Endoscopy 2010; 42(6): 475-480
DOI: 10.1055/s-0029-1244121
Original article

© Georg Thieme Verlag KG Stuttgart · New York

Endoscopic mucosal resection using a grasp-and-snare technique

D. von  Renteln1 , A.  Schmidt1 , M.  C.  Vassiliou2 , H.-U.  Rudolph3 , K.  Caca1
  • 1Department of Gastroenterology, Hepatology, and Oncology, Klinikum Ludwigsburg, Ludwigsburg, Germany
  • 2Department of Surgery, McGill University Health Centre, Montreal, QC, Canada
  • 3University Hospital Mannheim, University of Heidelberg, Germany
Further Information

Publication History

submitted 13 May 2009

accepted after revision 10 February 2010

Publication Date:
29 April 2010 (eFirst)

Background and study aim: Endoscopic mucosal resection (EMR) is a minimally invasive method for en bloc removal of superficial gastrointestinal lesions. The aim of this study was to evaluate the feasibility of a novel grasp-and-snare EMR technique.

Methods: In 10 domestic pigs, gastric lesions of approximately 3 cm were marked using electrocautery. EMR was performed using a double-channel endoscope. A novel tissue anchor was used through one channel, and a monofilament snare through the other. After submucosal injection, a circumferential mucosal incision was created. The tissue-anchoring device was then advanced through the open snare and anchored into the submucosal layer. The tissue-anchoring device was partly retracted into the endoscope and the snare was positioned into the circular incision. The snare was subsequently closed and the specimen resected by applying high-frequency electrocautery.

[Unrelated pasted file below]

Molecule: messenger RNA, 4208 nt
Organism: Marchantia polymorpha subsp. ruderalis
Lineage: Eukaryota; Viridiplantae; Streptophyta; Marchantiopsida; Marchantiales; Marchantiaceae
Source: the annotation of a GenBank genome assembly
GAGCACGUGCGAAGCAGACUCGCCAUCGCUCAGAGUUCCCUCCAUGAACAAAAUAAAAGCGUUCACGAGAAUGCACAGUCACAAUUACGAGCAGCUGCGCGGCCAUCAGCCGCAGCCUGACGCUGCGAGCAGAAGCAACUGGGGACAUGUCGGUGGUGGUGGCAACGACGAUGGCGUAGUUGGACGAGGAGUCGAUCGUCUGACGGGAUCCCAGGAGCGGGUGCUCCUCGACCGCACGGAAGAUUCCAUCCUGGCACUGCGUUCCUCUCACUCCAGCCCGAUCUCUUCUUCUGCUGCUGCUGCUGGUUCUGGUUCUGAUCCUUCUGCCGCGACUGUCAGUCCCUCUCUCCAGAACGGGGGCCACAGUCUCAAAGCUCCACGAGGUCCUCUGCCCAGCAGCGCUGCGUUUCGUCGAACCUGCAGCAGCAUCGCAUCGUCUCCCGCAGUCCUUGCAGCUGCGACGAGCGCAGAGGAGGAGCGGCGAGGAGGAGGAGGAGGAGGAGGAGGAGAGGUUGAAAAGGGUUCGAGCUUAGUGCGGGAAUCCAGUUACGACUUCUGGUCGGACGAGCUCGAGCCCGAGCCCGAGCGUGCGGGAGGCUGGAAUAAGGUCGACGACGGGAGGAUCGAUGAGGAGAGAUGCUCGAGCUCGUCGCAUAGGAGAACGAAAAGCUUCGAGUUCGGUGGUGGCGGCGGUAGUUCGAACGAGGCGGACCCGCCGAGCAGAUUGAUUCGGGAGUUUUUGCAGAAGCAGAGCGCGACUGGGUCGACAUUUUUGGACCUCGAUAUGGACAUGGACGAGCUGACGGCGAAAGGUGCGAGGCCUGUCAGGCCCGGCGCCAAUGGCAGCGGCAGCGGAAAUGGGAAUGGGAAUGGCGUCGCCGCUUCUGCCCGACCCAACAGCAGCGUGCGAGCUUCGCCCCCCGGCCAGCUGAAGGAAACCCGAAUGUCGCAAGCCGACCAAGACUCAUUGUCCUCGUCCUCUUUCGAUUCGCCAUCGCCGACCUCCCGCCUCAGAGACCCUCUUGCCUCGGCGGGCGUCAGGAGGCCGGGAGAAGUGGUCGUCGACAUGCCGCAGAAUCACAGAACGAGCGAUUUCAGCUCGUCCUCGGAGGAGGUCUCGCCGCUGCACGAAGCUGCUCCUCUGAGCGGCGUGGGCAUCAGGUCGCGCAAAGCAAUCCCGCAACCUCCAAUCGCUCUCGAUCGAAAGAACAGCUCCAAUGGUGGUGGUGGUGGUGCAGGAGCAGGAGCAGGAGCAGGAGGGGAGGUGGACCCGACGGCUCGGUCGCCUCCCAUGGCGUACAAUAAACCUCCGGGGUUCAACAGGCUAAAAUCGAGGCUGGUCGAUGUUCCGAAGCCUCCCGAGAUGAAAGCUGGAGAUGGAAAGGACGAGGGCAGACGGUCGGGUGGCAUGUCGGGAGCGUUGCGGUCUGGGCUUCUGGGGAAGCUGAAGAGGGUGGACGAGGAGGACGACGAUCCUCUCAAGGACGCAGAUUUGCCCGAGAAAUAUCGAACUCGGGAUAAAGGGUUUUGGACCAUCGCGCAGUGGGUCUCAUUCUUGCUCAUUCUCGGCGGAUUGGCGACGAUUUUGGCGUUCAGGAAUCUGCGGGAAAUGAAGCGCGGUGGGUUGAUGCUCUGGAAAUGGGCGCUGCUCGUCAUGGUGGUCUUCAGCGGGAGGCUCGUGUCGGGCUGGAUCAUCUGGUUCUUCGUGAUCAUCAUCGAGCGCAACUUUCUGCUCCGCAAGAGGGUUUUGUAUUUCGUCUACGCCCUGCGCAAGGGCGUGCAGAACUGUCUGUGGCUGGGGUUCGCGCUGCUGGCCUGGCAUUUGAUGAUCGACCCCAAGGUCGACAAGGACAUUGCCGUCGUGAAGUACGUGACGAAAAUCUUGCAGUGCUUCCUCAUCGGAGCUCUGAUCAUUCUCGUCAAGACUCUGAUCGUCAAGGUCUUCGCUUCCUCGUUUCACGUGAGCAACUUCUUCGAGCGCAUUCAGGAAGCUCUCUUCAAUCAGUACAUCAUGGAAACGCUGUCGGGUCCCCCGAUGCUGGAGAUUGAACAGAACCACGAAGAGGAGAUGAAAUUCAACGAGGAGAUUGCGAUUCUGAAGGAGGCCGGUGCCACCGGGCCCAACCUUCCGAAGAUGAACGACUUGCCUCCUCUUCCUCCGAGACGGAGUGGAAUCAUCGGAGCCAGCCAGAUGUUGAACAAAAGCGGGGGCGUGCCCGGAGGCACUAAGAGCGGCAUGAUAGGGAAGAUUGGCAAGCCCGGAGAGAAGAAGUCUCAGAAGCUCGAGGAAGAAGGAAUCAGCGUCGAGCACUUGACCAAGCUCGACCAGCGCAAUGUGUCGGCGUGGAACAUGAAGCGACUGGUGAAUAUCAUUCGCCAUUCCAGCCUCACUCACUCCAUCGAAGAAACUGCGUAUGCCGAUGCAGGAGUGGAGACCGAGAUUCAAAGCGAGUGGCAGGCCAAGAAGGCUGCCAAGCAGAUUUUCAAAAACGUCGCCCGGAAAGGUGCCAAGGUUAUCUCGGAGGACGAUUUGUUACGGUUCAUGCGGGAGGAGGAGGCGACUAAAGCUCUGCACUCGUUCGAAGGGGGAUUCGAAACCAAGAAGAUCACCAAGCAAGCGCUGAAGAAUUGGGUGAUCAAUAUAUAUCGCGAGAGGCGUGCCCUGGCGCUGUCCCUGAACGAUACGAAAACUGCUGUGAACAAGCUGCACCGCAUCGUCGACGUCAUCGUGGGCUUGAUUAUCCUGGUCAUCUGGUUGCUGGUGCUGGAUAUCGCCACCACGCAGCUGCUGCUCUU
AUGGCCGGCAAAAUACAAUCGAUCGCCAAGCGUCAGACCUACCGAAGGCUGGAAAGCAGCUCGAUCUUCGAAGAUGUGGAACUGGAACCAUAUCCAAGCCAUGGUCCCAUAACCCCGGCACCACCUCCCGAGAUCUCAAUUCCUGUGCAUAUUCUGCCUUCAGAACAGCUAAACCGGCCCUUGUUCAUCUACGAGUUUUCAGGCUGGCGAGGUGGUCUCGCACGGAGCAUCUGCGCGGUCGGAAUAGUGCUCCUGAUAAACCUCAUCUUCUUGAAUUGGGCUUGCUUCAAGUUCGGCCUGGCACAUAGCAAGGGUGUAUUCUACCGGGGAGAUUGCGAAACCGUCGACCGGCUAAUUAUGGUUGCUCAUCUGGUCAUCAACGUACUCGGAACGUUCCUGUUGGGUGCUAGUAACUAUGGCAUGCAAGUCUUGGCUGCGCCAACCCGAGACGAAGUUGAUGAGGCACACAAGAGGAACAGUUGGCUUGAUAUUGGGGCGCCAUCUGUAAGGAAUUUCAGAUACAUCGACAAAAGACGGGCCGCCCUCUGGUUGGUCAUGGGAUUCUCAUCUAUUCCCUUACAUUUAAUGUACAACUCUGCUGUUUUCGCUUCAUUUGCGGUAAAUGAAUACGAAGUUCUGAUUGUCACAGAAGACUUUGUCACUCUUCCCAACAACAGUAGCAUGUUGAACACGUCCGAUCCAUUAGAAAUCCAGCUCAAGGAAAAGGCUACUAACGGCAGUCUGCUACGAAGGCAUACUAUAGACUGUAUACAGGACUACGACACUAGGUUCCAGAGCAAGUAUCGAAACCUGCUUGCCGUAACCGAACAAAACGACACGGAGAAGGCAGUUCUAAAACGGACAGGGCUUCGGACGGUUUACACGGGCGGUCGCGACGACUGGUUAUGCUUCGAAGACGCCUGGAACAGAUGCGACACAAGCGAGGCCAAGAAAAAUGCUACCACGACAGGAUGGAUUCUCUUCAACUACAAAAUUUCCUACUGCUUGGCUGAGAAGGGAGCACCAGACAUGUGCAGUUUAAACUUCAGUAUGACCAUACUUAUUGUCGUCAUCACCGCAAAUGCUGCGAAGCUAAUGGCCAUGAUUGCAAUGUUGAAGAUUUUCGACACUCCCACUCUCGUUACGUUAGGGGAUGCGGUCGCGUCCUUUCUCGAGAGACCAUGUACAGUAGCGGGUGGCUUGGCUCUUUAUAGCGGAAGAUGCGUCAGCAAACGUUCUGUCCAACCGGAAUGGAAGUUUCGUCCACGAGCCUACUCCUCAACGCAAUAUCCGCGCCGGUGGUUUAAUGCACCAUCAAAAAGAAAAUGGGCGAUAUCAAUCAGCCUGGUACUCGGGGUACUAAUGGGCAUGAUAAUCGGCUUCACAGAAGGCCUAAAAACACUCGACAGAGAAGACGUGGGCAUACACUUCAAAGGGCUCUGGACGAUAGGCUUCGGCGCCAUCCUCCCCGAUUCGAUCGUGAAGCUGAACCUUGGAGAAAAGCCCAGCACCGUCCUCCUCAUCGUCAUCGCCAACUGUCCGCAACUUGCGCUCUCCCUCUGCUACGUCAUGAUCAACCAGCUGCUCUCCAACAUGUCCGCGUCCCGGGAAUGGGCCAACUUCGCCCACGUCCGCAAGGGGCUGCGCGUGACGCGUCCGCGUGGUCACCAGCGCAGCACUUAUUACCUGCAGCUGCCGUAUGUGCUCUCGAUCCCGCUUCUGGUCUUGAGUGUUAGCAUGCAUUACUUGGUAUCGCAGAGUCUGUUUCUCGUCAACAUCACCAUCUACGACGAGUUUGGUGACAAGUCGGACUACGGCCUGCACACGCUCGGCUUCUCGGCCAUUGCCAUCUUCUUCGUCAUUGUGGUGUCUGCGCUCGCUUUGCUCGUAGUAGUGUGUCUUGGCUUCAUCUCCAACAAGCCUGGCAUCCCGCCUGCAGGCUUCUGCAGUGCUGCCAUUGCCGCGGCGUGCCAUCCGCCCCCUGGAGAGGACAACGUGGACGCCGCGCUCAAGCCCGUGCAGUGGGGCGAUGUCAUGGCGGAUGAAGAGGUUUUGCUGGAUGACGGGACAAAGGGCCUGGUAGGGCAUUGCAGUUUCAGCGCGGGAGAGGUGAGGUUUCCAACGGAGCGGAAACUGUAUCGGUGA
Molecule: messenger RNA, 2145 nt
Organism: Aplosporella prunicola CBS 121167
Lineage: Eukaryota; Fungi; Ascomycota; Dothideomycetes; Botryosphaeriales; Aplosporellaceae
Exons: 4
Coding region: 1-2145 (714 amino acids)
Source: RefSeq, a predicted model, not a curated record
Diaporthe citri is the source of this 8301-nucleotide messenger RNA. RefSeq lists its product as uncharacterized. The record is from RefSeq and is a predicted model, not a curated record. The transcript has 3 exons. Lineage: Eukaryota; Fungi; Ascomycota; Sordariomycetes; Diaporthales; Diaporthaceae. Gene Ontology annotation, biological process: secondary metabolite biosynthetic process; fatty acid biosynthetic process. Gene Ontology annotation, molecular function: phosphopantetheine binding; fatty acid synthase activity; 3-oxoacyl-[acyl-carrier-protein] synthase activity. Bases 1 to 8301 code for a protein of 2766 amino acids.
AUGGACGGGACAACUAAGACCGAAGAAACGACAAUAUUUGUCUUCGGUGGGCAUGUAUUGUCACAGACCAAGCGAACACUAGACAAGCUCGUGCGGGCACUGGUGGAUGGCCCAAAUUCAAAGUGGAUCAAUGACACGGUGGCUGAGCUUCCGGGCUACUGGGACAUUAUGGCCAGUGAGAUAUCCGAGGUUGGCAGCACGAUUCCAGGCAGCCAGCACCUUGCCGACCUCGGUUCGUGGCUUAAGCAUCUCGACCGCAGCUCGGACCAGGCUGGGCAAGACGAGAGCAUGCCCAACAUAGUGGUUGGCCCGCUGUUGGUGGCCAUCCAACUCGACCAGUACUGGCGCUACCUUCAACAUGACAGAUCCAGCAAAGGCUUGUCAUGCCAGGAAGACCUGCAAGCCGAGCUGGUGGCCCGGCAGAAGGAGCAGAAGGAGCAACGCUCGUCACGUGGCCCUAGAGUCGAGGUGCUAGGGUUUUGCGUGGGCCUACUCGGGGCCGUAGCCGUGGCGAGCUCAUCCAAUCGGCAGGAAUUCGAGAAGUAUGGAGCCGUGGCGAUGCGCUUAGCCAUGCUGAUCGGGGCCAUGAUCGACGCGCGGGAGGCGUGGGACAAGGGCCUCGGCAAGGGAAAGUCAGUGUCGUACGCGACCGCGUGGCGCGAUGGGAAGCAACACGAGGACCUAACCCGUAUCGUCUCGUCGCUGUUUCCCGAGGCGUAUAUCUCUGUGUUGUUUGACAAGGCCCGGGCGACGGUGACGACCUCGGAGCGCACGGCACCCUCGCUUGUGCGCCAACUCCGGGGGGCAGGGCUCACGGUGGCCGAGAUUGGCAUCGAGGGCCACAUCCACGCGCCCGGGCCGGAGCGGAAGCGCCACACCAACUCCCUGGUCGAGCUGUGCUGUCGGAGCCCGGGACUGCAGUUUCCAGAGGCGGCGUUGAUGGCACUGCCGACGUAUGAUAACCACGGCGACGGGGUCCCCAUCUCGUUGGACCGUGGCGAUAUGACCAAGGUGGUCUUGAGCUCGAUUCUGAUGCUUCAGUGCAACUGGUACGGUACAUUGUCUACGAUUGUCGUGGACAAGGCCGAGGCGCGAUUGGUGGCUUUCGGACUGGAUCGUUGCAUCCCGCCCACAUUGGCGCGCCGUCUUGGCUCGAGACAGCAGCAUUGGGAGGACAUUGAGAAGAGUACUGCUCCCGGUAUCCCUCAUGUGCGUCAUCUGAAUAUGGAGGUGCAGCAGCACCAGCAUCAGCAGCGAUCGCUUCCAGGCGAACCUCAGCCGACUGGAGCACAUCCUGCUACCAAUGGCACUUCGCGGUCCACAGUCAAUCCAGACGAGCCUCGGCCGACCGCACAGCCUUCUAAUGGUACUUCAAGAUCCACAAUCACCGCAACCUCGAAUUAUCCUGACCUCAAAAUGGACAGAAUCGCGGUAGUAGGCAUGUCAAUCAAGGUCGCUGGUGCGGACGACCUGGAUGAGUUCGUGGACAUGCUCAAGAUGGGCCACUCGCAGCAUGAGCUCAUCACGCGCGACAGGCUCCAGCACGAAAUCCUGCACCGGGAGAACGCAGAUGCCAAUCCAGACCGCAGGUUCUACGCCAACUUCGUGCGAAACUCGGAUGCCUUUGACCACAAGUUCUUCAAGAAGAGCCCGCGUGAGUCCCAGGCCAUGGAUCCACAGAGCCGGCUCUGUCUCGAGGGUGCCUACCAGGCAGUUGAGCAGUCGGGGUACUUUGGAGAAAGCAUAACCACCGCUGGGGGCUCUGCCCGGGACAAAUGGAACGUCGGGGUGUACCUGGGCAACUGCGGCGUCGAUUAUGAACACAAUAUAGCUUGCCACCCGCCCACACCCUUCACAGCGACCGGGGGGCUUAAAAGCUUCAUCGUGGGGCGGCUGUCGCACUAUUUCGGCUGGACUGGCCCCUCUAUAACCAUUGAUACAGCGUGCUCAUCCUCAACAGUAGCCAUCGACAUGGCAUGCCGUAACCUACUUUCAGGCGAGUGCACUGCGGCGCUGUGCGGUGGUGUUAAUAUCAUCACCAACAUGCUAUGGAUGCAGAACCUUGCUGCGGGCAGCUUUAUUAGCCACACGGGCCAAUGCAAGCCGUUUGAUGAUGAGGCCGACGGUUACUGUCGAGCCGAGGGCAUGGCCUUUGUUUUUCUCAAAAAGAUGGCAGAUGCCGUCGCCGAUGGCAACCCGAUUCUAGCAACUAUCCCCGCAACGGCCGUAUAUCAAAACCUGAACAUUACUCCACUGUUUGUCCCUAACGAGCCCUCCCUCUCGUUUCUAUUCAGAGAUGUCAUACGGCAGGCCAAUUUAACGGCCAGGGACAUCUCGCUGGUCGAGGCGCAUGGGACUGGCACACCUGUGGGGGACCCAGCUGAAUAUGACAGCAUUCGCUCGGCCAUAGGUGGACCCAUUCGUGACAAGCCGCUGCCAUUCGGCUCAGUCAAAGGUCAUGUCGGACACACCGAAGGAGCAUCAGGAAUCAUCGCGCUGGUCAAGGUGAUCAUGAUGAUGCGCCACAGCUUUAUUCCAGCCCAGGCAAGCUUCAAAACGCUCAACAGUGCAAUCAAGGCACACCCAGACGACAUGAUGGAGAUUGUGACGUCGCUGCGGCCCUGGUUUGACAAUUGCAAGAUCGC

Results: Mean time to perform EMR was 32.4 minutes (range 22 – 41 minutes, SD 6.3). EMR yielded specimens that ranged in area from 2.7 cm (minor axis) by 2.8 cm (major axis) to 4.0 cm by 4.2 cm (mean area 9.36 cm2; range 5.94 – 13.19 cm2; SD ± 2.50). Complete en bloc resection including all electrocautery markings was achieved in 9/10 cases. In one case, resection was achieved in two steps. One gastric wall perforation occurred. No other adverse events were observed.

Conclusions: Grasp-and-snare EMR is feasible in an animal model. The technique can be performed efficiently compared with standard methods. To avoid perforation, caution is needed to ensure that tissue anchor needles are placed within and not deeper than the submucosal layer prior to tissue retraction.

References

D. von Renteln, MD 

Department of Gastroenterology, Hepatology and Oncology
Klinikum Ludwigsburg

71640 Ludwigsburg
Germany

Fax: +49-7141-9967219

Email: renteln@gmx.net